An 8-qubit quantum processor built by Rigetti Computing.
To advance AI and Deep-learning further, three issues need to be addressed. They relate to the application of software as well as hardware:
Time: It can take weeks to train deep-learning networks. This does not take into account the weeks or months needed to define the problem and to program the networks before they reach the required performance level.
Cost: Computer time on hundreds of Graphic Processing Units (GPUs) is expensive. Renting 800 GPUs from Amazon’s cloud computing service for just a week costs around $100,000. This does not include the manpower costs required to carry-out the AI project, engaging high-salaried individuals for weeks or months.
Data: In many cases the lack of labelled data in enough quantity simply makes it impossible to carry out the project. Good ideas remain unexplored as it becomes clear that the training data is not going to be available at an affordable price.
Major software efforts are under way to reduce the data-labelling bottleneck. The next wave of progress will come from Generative Adversarial Nets (GANs) and Reinforcement Learning, possibly with some support from Question Answering Machines (QAMs) as provided by IBM’s Watson. However, to handle the raising complexity of these networks requires increased hardware performance. A three-way race for future AI-applications, based on completely different hardware-technologies can be identified as follows:
- High-Performance Computing (HPC)
- Neuromorphic Computing (NC)
- Quantum Computing (QC)
While HPC remains the major commercial hardware-component for AI-Applications for the next few years, both NC and QC are gradually moving from a research- to an industrial production-stage, with first applications challenging the current dominance of HPC. Moreover, increased government funding is accelerating this process as the competition for global leadership in AI intensifies.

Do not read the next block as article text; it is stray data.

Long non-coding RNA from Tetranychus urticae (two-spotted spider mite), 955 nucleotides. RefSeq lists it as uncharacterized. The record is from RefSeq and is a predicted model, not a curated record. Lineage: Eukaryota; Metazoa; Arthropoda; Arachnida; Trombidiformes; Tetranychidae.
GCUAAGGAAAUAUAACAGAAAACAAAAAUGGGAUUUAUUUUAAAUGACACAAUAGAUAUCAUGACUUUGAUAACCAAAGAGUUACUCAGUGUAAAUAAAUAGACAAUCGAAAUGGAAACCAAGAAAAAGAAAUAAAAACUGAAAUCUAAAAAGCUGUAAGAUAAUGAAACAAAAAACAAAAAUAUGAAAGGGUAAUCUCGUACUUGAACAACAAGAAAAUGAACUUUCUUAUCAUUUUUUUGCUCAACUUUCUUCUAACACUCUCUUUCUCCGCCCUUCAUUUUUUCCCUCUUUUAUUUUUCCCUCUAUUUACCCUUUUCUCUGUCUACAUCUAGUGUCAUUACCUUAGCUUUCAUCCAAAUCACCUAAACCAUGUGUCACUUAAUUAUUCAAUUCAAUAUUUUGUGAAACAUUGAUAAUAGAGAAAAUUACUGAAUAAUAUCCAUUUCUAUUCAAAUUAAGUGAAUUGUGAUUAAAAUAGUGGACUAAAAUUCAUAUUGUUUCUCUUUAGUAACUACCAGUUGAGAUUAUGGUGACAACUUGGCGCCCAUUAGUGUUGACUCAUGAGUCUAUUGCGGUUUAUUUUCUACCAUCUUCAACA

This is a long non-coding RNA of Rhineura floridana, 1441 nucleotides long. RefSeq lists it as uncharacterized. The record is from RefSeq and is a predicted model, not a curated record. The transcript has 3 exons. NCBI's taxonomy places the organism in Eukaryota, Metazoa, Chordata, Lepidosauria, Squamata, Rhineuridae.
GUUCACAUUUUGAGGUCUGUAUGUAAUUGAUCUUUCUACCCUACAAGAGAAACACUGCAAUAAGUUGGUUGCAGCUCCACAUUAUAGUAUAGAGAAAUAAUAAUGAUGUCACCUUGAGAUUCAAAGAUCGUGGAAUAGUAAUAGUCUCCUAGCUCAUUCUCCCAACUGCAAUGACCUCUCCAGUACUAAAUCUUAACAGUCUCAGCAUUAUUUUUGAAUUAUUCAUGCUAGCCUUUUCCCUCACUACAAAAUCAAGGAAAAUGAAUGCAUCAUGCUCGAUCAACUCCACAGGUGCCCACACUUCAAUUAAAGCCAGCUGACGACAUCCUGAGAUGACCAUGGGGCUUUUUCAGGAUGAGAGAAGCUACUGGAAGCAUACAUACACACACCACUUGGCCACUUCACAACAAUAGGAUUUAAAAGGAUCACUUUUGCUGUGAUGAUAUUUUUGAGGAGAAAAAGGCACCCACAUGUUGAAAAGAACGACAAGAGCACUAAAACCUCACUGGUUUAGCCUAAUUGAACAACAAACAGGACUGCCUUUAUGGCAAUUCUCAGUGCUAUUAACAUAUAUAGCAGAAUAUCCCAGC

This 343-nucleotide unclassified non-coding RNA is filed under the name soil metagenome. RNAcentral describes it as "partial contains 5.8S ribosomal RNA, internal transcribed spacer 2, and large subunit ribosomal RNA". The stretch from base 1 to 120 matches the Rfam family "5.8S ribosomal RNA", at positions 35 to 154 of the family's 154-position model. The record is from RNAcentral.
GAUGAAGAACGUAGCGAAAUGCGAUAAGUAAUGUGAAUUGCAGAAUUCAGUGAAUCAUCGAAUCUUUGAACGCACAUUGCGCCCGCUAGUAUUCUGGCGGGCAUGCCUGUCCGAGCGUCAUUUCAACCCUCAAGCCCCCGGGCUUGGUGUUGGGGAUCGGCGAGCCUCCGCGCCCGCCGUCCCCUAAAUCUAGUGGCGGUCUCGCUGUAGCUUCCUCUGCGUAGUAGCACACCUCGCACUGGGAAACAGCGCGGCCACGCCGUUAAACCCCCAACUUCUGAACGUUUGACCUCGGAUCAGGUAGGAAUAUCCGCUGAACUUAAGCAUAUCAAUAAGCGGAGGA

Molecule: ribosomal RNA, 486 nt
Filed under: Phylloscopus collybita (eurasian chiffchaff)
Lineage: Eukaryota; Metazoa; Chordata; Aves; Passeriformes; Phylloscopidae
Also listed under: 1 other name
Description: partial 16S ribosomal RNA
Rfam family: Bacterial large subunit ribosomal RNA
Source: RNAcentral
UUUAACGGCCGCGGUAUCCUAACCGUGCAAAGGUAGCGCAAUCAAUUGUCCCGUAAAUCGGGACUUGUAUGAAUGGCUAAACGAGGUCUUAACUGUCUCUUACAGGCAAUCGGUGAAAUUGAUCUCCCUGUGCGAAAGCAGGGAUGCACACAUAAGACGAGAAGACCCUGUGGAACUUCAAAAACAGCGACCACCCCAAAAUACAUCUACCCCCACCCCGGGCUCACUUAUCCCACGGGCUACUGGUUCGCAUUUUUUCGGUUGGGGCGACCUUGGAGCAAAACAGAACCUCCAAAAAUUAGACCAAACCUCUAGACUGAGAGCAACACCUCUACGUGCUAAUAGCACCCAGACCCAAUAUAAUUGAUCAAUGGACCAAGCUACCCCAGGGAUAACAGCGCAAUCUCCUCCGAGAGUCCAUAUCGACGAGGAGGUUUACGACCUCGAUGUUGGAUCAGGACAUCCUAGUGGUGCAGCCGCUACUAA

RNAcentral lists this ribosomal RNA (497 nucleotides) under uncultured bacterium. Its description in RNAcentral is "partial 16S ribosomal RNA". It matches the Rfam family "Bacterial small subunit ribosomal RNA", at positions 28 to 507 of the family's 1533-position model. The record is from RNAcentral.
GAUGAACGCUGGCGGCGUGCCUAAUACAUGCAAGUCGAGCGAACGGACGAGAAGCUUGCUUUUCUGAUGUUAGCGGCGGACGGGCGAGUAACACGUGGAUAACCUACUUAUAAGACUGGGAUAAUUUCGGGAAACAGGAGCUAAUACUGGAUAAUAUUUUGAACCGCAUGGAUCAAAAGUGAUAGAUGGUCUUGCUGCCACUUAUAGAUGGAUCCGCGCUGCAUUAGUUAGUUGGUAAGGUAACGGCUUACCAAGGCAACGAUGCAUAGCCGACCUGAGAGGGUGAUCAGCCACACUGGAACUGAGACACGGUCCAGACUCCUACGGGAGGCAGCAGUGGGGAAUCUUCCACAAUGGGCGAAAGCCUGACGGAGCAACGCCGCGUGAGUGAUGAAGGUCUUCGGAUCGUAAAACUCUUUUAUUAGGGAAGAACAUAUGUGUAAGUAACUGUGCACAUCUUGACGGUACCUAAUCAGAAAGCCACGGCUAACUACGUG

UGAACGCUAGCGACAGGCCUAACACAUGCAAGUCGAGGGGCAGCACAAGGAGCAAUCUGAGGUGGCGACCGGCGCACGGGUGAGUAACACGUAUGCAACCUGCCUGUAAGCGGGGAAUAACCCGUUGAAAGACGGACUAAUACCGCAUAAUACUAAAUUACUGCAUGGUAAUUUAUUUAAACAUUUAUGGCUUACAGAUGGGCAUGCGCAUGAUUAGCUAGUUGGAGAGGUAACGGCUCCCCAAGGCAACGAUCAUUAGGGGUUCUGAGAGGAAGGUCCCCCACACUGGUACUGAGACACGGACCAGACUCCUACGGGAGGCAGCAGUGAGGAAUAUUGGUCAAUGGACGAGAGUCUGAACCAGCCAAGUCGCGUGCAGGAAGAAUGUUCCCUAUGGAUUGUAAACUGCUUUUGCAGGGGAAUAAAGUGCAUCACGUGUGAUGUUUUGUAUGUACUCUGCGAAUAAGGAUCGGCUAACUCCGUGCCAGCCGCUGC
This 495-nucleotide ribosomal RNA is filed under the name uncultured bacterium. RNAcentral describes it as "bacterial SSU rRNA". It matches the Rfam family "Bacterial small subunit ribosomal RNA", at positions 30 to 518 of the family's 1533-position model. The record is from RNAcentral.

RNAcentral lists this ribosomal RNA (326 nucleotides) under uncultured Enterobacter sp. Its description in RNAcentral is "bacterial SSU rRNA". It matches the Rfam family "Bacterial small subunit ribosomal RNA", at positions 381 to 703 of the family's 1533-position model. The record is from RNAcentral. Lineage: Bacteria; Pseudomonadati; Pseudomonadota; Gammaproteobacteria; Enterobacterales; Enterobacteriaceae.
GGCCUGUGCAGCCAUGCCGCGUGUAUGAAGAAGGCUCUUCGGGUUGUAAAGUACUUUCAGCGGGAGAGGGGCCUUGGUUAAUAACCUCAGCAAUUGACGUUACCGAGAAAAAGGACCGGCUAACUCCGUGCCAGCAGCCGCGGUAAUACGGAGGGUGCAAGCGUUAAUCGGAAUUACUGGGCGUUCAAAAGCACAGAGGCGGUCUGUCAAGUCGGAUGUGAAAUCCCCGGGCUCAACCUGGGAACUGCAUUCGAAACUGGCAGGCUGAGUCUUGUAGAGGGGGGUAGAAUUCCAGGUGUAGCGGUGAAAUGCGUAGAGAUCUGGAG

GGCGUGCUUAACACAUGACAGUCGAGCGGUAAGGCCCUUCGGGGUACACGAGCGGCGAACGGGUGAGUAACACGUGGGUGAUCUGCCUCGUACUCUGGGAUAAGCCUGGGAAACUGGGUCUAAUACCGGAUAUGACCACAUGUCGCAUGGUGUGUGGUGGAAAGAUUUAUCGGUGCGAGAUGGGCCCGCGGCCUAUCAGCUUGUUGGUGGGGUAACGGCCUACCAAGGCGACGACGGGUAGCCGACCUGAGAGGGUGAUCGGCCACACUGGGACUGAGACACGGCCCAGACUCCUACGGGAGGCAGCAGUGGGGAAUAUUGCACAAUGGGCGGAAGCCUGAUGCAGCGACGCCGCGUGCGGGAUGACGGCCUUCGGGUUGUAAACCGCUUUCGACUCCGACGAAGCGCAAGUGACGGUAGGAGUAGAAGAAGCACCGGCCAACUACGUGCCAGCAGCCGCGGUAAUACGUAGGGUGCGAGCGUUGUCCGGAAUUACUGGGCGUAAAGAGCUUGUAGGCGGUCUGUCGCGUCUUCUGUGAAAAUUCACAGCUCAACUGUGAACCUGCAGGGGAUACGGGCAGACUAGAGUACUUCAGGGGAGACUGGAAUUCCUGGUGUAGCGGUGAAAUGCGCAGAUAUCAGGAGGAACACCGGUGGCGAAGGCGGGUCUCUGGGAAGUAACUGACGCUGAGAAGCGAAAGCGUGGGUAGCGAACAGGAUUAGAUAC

The growing application of Deep-Neural Networks has created a ‘win-win’ situation for both, the AI application providers as well as the chip manufacturers. A key to today’s business model, also referred to as ‘open-source’, is the availability of a cloud-platform for the development and storage of AI-applications. Since 2016, every major player in AI has made it’s AI-platforms ‘open-source’, investing heavily in new data centres. While Intel, Nvidia, and other traditional chip makers are rushing to capitalize on the new demand for GPUs (Graphical Processing Units), others like Google and Microsoft are exploring completely new frontiers by developing their own proprietary chip-sets in order to make their deep-learning platforms more attractive. Currently Google seems to lead the innovation-race, combining TensorFlow as its powerful, general purpose AI software-tool with the proprietary TPU (Tensor Processing Unit) chip-set.
Deep-learning has beneﬁted greatly from these accelerated computing devices and has received significant support from device manufacturers in the form of deep-learning speciﬁc libraries. General purpose GPUs and proprietary chipsets as implemented by Google are the basic building blocks of today’s HPC platforms. However, the silicon-based production of chips is finally reaching its limits. One problem is the heat that is generated when more and more silicon circuitry is jammed into the same small area. Top-of-the-line microprocessors currently have circuit features that are around 14 nanometers across which is smaller than the dimensions of most viruses. Reducing this further, for example to 3 nanometers, is likely to introduce quantum uncertainties, making the chips unreliable. To the chip makers the end of Moore’s law is not just a technical issue; it is also an economic one. Some companies, notably Intel, are still trying to shrink the chips but every time the scale is halved, manufacturers need a whole new generation of ever more precise photolithography machines. Building a new production line today requires an investment typically measured in billions of US Dollars — something only a handful of companies can afford. In summary, it is foreseeable that the scaling effects which have driven the production of computer hardware applying the Von-Neumann architecture over many years, will come to an end within the next two decades.
The human brain is extremely complex, comprising 100 billion brain cells with trillions of synapsis connecting the cells. We understand how individual neurons and their components behave and communicate with each other, and on the larger scale, which areas of the brain are used for sensory perception, action and cognition. However, we know less about the translation of neural activity into behavior, such as turning thought into muscle movement.